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A new batch of community meetings has provided an opportunity to review Metro's plans for the northern leg of the West Santa Ana Branch, a proposed light rail line between Downtown Los Angeles and the Gateway Cities.

The corridor, spanning 18 miles, is set to receive approximately $1.75 billion from the sales taxes levied through Measures R and M.  Although the Measure M expenditure plan envisioned a two-phase construction plan, starting in 2022 and ending by 2041, the project is one of 28 which Metro is aiming to complete prior to the 2028 Summer Olympics.  Metro has received an application for a potential public-private partnership that could help achieve this goal.

According to a display board posted at the meeting, Metro offers up estimated travel times, ridership forecasts, and cost projections for seven alignments currently under consideration, with potential end destinations at either Union Station, the Financial District, and proposed Red/Purple Line extension to the Arts District (h/t/ Streetsblog LA):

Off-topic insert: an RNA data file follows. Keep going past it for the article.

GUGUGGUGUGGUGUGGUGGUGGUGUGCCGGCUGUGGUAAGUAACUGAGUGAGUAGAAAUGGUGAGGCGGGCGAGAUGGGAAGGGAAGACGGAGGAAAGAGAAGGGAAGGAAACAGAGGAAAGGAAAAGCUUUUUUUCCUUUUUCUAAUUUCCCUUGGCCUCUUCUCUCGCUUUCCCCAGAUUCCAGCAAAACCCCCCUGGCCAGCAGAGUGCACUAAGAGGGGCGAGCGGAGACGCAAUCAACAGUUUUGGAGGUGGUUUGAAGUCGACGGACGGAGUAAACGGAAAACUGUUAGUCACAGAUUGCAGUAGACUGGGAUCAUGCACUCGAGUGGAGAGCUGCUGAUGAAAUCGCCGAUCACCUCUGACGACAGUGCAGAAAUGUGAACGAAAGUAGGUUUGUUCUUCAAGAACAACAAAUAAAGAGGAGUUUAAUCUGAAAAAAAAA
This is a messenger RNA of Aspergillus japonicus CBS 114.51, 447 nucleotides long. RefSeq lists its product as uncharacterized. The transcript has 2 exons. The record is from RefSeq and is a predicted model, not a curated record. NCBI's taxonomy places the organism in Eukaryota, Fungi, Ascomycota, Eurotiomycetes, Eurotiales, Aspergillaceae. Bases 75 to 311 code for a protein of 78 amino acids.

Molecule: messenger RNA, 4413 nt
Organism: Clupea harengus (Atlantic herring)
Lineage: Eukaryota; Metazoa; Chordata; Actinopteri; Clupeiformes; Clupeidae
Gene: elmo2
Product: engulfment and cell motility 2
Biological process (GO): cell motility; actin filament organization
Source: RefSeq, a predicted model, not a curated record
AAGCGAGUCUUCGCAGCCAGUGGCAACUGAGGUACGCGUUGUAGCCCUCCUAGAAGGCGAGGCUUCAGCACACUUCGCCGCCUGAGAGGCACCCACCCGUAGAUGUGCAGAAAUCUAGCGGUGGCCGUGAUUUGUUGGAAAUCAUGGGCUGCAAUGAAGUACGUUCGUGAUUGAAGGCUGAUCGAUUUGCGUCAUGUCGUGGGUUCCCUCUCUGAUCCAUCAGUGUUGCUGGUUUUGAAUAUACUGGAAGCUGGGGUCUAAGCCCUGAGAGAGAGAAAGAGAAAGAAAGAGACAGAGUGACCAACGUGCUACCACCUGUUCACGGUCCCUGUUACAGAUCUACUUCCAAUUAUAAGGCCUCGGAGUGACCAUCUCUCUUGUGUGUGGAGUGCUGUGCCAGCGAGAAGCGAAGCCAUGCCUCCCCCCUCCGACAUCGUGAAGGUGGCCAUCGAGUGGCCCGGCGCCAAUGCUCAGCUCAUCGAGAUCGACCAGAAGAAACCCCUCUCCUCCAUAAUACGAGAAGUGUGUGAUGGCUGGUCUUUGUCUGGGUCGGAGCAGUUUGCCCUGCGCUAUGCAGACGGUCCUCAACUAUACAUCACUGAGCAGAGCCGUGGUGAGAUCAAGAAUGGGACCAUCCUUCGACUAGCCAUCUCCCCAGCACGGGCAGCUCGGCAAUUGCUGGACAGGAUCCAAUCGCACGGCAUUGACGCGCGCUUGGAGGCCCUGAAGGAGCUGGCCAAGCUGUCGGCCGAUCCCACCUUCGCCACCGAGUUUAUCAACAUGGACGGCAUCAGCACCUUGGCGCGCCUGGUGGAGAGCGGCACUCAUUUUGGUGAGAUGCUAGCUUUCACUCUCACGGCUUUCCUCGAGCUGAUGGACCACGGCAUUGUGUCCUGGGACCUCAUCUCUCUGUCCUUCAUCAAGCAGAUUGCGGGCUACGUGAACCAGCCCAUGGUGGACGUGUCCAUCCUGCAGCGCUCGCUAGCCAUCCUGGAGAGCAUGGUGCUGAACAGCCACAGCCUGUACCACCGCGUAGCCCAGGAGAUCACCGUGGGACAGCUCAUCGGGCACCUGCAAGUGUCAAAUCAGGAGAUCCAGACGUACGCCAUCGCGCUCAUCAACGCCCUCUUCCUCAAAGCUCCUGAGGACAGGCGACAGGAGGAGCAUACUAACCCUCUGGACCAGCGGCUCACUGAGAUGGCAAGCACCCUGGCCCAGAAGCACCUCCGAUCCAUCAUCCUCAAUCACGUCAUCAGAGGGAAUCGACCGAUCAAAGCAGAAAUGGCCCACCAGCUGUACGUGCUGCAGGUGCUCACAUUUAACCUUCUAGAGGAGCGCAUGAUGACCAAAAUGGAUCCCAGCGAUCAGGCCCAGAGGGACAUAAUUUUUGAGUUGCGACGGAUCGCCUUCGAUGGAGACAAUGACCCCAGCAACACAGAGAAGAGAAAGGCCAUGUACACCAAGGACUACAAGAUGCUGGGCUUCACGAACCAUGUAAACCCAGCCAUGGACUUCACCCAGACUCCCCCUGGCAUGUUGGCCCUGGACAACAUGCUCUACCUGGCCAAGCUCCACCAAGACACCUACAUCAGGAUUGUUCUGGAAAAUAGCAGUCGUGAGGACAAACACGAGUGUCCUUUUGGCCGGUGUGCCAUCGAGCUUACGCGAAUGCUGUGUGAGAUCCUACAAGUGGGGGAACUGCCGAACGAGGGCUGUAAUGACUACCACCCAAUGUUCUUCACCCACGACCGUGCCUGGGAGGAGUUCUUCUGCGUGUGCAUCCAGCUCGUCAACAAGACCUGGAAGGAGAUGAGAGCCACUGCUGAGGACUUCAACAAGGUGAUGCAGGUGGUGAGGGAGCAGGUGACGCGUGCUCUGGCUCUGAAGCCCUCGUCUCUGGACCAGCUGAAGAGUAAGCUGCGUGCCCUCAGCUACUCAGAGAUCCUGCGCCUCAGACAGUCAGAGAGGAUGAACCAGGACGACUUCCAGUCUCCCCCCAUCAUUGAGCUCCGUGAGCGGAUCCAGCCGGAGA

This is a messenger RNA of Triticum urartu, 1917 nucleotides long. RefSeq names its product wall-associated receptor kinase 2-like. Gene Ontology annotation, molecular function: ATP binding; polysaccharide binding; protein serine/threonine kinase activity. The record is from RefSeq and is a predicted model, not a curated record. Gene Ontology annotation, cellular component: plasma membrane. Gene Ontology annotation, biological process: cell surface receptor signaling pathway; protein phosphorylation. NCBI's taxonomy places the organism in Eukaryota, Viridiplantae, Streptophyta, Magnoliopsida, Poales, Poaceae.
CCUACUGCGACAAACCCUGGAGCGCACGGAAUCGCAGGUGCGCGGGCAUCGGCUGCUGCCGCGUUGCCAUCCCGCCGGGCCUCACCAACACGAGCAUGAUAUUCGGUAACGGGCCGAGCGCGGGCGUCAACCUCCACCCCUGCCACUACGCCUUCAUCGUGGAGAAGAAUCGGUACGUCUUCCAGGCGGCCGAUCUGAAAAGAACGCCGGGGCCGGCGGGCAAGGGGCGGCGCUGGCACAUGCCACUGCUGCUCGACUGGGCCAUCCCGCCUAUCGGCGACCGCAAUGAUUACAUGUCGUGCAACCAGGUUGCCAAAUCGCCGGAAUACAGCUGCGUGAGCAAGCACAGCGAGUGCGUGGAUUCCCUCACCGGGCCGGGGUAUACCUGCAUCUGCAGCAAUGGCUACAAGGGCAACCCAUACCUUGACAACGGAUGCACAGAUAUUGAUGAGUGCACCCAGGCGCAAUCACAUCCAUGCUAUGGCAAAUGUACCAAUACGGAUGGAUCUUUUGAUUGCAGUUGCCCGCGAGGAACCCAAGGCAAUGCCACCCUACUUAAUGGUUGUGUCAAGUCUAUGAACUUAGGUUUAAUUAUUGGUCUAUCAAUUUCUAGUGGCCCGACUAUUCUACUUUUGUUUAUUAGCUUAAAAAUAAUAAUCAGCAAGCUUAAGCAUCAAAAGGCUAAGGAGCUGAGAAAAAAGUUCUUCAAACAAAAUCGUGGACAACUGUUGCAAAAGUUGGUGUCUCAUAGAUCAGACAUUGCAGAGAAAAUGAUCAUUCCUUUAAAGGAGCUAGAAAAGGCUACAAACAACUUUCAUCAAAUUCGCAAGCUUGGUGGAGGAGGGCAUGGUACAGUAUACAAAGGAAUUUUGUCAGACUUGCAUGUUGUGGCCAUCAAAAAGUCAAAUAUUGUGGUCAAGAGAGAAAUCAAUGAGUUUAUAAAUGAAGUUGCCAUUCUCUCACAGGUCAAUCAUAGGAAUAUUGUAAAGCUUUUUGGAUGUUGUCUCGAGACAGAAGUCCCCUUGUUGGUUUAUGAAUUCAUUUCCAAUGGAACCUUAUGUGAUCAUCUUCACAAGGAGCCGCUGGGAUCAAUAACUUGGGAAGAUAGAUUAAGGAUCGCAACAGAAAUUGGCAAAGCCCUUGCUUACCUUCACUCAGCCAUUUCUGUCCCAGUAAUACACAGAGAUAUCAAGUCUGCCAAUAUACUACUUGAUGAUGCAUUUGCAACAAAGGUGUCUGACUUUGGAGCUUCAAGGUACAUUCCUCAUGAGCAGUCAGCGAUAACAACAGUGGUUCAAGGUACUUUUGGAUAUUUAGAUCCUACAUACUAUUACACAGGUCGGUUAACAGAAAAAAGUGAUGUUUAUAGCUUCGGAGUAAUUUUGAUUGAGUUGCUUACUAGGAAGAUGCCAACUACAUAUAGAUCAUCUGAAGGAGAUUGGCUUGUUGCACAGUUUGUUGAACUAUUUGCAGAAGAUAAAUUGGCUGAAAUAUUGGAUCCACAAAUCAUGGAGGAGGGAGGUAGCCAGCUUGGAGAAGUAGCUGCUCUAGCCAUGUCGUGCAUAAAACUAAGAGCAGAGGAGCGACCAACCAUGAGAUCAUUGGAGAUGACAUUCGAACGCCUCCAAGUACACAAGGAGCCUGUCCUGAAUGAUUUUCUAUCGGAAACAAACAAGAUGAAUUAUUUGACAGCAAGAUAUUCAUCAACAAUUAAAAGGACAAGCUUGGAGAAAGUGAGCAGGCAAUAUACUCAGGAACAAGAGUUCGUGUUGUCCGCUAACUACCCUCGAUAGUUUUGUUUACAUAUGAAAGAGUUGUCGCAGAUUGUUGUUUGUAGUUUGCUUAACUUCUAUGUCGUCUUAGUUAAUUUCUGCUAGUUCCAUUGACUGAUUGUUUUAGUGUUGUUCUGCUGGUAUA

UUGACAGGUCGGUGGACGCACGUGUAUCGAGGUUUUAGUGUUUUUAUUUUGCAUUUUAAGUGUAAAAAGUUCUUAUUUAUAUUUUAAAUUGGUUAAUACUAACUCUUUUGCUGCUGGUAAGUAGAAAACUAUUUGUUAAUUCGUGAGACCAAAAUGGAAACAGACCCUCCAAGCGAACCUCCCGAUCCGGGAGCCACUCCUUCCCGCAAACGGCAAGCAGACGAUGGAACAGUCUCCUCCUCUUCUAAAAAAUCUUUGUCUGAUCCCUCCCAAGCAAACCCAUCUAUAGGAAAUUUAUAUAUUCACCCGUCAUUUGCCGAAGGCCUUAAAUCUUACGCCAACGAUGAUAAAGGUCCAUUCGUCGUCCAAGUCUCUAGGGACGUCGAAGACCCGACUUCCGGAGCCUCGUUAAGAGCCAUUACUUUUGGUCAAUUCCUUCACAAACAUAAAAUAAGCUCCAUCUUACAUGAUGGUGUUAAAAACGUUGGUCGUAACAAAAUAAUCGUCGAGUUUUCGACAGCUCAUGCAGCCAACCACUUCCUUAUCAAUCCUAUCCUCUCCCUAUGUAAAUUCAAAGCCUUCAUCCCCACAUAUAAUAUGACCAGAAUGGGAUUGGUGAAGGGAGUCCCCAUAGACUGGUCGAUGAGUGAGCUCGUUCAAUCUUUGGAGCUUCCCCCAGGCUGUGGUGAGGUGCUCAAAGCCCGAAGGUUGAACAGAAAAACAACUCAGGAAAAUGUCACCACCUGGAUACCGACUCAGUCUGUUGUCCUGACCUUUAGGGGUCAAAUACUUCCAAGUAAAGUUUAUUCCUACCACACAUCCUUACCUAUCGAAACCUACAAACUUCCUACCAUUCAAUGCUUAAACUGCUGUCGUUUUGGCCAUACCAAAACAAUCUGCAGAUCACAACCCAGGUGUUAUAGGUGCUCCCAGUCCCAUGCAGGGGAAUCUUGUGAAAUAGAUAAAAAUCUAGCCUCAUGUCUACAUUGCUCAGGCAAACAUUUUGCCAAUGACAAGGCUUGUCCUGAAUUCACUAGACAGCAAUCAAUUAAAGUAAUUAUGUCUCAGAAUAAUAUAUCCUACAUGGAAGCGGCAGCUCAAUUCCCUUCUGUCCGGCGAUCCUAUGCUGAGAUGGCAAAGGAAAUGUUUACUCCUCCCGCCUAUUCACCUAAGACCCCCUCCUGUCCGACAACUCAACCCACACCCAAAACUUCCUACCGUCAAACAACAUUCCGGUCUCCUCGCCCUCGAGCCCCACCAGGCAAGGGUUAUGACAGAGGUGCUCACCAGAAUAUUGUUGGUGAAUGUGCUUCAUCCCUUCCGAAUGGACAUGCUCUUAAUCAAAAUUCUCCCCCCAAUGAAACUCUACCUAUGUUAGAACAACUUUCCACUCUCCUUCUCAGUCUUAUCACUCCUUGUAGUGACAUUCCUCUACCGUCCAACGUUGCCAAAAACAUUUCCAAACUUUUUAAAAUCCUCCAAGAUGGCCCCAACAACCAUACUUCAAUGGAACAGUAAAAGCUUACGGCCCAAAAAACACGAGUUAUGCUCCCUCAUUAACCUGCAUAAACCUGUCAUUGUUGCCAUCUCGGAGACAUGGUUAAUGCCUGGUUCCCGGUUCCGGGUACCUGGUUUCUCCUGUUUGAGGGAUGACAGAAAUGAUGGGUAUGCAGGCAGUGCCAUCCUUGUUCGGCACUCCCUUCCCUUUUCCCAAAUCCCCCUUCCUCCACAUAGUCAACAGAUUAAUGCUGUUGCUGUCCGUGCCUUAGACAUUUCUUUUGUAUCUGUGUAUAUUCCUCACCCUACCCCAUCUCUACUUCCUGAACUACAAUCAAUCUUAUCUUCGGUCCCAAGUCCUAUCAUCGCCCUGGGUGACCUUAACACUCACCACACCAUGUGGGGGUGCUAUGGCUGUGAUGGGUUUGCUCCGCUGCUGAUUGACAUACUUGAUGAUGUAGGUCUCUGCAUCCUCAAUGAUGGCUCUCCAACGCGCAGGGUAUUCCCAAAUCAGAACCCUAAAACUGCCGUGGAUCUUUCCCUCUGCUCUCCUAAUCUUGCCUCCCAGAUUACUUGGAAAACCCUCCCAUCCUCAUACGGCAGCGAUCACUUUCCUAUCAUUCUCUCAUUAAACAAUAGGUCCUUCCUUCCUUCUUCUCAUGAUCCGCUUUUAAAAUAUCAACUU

Each alignment would be predominantly grade separated through Downtown, with the lone exception of a street-level undercrossing at the Santa Monica Freeway.

 

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City Looks to Update Land Use and Transportation Along Rail-to-River Corridor

A freight railway that cuts through South L.A. is set for rebirth as an active transportion corridor.
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In 2012, Metro began exploring the possibility of transforming a segment of a former freight rail right-of-way that cuts through the heart of South Los Angeles into an active transportation project.  The project, now known as the Rail-to-River corridor, would convert the Harbor Subdivision - which runs east-to-west along Florence and Slauson Avenues - for use by pedestrians and cyclists.

To capitalize on this investment, the Cit